If the budget is in the red, it's because they want it in the red.
If the Army & Marines are in IRAQ , it's because they want them in IRAQ .
If they do not receive social security but are on an elite retirement plan not available to the people, it's because they want it that way.
There are no insoluble government problems.
Do not let these 545 people shift the blame to bureaucrats, whom they hire and whose jobs they can abolish; to lobbyists, whose gifts and advice they can reject; to regulators, to whom they give the power to regulate and from whom they can take this power. Above all, do not let them con you into the belief that there exists disembodied mystical forces like "the economy," "inflation," or "politics" that prevent them from doing what they take an oath to do. Those 545 people, and they alone, are responsible.
They, and they alone, have the power. They, and they alone, should be held accountable by the people who are their bosses.
Provided the voters have the gumption to manage their own employees. We should vote all of them out of office and clean up their mess!
Charlie Reese is a former columnist of the Orlando Sentinel Newspaper.

Friday, January 30, 2009

Ten Thousand Words

Fairness Doctrine - From Multichannel News

Citing Obama Opposition, McDowell Warns Against Fairness Doctrine

Reimposition Could Undermine Kids TV Regulations, Public Radio

John Eggerton -- Multichannel News, 1/28/2009 3:27:00 PM MT

FCC commissioner Robert McDowell had a message for Democrats, or anyone else contemplating trying to reimpose the fairness doctrine: The move could undermine the justification for existing localism and children's TV regulations, and could be used against public radio.

He also suggested it would not come back wearing a big sign saying, "it's me, the fairness doctrine," but would likely instead be rebranded.
Those were some of the observations McDowell provided Wednesday in a speech to The Media Institute in Washington, which is a strong opponent of the doctrine.

The fairness doctrine, which was scrapped by the FCC as unconstitutional in 1987, required broadcasters to air both sides of controversial issues.

In the speech, McDowell cited candidate Barack Obama's statement to B&C--through an aide--that he did not support the doctrine, adding that the new administration has a terrific opportunity to enunciate its strong opposition to anything resembling the fairness doctrine.
He spoke at length about the doctrine's origins and its use by both Democrats and Republicans against their opponents. He said he did not know whether recent calls for its return would bear fruit, felt it was a good time to talk to his audience--of media executives, lobbyists, journalists and others--about its creation, its historical abuses, and the legal difficulties involved with restoring it and trying to enforce it.
McDowell warned that if the doctrine were revived, it might not "wear the same label. That's just Marketing 101: if your brand is controversial, make a new brand," he told his audience.
He suggested the doctrine could be woven into the fabric of policy initiatives with names like localism, diversity or network neutrality. "According to some, the premise of any of these initiatives is similar to the philosophical underpinnings of the Doctrine: the government must keep electronic conduits of information viewpoint neutral," he said.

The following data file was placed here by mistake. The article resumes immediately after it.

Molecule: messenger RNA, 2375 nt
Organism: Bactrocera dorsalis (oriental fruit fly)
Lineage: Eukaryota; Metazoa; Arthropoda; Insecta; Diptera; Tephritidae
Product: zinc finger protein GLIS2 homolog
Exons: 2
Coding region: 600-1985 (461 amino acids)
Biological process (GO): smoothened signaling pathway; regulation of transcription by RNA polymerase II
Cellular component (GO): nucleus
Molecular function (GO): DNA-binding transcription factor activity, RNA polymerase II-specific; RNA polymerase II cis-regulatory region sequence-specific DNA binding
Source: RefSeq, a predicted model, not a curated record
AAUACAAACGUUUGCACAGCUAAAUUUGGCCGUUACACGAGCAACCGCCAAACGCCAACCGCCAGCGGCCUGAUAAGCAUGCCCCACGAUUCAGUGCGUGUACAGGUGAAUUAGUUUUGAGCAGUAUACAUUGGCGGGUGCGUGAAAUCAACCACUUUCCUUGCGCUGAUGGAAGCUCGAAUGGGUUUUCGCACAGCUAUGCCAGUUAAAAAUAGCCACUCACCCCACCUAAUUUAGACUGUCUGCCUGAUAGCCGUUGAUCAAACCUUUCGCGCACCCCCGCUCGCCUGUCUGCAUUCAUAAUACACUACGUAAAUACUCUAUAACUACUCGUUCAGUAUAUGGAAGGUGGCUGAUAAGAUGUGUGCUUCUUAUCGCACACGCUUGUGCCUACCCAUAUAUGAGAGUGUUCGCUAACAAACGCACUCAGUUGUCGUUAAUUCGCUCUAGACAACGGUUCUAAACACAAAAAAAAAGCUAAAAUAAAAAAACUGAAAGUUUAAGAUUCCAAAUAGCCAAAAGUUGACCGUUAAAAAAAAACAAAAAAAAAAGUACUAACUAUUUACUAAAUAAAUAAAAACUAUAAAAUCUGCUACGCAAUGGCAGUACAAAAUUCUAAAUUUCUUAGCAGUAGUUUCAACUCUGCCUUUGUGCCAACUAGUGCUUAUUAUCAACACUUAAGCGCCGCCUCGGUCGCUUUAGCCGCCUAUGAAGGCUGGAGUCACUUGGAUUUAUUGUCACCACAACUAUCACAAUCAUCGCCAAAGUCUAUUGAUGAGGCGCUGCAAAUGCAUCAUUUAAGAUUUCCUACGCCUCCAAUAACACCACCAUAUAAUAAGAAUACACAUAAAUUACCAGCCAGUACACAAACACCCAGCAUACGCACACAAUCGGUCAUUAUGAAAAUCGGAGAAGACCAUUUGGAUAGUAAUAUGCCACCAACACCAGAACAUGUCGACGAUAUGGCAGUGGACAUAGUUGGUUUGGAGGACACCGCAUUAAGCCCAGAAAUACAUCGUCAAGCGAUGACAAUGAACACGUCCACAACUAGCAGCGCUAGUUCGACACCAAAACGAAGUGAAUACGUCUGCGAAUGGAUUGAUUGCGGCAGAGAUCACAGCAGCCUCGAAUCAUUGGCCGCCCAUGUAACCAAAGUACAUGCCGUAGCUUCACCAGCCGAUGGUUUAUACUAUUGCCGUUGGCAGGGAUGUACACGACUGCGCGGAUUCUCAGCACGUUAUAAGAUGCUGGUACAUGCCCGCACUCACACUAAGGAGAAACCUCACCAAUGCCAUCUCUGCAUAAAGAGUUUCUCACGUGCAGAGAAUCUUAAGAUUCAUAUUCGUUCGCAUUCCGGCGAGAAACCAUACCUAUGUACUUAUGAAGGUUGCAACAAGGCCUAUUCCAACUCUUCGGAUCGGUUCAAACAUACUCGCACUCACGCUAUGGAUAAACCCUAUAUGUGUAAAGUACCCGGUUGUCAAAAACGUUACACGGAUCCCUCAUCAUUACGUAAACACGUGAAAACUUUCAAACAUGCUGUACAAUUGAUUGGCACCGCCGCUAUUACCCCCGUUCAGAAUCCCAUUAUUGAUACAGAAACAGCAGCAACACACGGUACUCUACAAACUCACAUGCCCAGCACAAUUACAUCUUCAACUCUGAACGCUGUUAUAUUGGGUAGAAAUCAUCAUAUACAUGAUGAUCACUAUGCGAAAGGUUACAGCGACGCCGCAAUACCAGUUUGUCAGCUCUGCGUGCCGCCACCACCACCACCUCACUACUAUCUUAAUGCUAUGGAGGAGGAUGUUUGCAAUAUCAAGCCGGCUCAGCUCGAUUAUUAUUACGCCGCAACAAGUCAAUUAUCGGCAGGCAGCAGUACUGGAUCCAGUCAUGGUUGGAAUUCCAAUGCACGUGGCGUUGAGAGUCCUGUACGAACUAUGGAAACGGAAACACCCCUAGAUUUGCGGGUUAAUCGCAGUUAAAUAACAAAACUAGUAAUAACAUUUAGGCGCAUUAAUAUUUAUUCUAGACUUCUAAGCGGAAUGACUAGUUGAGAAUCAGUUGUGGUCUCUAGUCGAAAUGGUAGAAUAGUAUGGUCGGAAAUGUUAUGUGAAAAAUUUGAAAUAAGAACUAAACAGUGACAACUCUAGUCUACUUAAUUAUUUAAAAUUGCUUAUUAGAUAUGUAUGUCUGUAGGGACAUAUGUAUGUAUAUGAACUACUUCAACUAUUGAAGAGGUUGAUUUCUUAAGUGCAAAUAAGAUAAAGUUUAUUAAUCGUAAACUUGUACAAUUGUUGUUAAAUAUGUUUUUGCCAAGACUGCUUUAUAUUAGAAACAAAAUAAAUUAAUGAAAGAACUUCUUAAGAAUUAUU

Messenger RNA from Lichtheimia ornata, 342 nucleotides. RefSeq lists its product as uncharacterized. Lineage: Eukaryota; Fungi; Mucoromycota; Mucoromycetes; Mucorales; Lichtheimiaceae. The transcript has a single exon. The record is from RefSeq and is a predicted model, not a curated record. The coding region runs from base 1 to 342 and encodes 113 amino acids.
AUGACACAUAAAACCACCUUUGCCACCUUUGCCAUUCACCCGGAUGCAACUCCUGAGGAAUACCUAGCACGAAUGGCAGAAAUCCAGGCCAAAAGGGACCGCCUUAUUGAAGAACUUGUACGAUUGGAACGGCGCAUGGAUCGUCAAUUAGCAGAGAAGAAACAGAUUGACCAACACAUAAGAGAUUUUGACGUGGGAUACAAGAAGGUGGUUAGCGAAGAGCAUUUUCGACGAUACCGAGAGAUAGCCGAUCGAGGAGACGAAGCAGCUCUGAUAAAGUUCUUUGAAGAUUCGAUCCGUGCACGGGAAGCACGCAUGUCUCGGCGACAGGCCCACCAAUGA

McDowell suggested that a stealth version of the doctrine may already be teed up at the FCC in the form of community advisory boards to help determine local programming. McDowell says he is fine with those boards if they are voluntary--some stations already seek such input. But that if they are required, as the FCC has proposed, "Would not such a policy be akin to re-imposition of the Doctrine, albeit under a different name and sales pitch?"
McDowell also said that efforts to reimpose the doctrine could stretch to cable, satellite, and even the Internet. "Certain legal commentators have suggested that a new corollary of the Doctrine should be fashioned for the Internet, on the theory that web surfers should be exposed to topics and views that they have not chosen for themselves," adding: "I am not making this up."
In a move obviously calculated to strike fear into the hearts of regulatory-minded Democrats, the same ones who have meen making noises about liking the fairness doctrine when it comes to reining in talk radio critics, McDowell had this:
"Actually, in a string of media cases stretching back over more than 20 years, various judges on the D.C. Circuit - both Democratic and Republican appointees - have suggested that it is time for the Supreme Court to rethink the concept of spectrum scarcity as a justification for limiting broadcasters' First Amendment rights. A revived Doctrine would provide a big, bright bulls-eye for those who wish to make that happen. That development would have implications far beyond the Doctrine itself. Much of our content regulation of broadcasters - including most of the FCC's existing localism rules and the regulations requiring three hours a week of children's programming - rest on the spectrum scarcity rationale. If that rationale is invalidated, serious legal challenges to all those other content rules may follow."
McDowell said he was hopeful that the Obama administration understood all this.
"As I watched his inaugural address last week," he said, "I was struck by the relevance of the debate over the Doctrine to a section of his speech where he said, 'To those who cling to power through corruption and deceit and the silencing of dissent, know that you are on the wrong side of history ....' 'I am encouraged that President Obama can, once and for all, end the speculation of whether something akin to the Doctrine will come back to life during his term."

Monday, January 26, 2009

A Poem That Borders on Obscene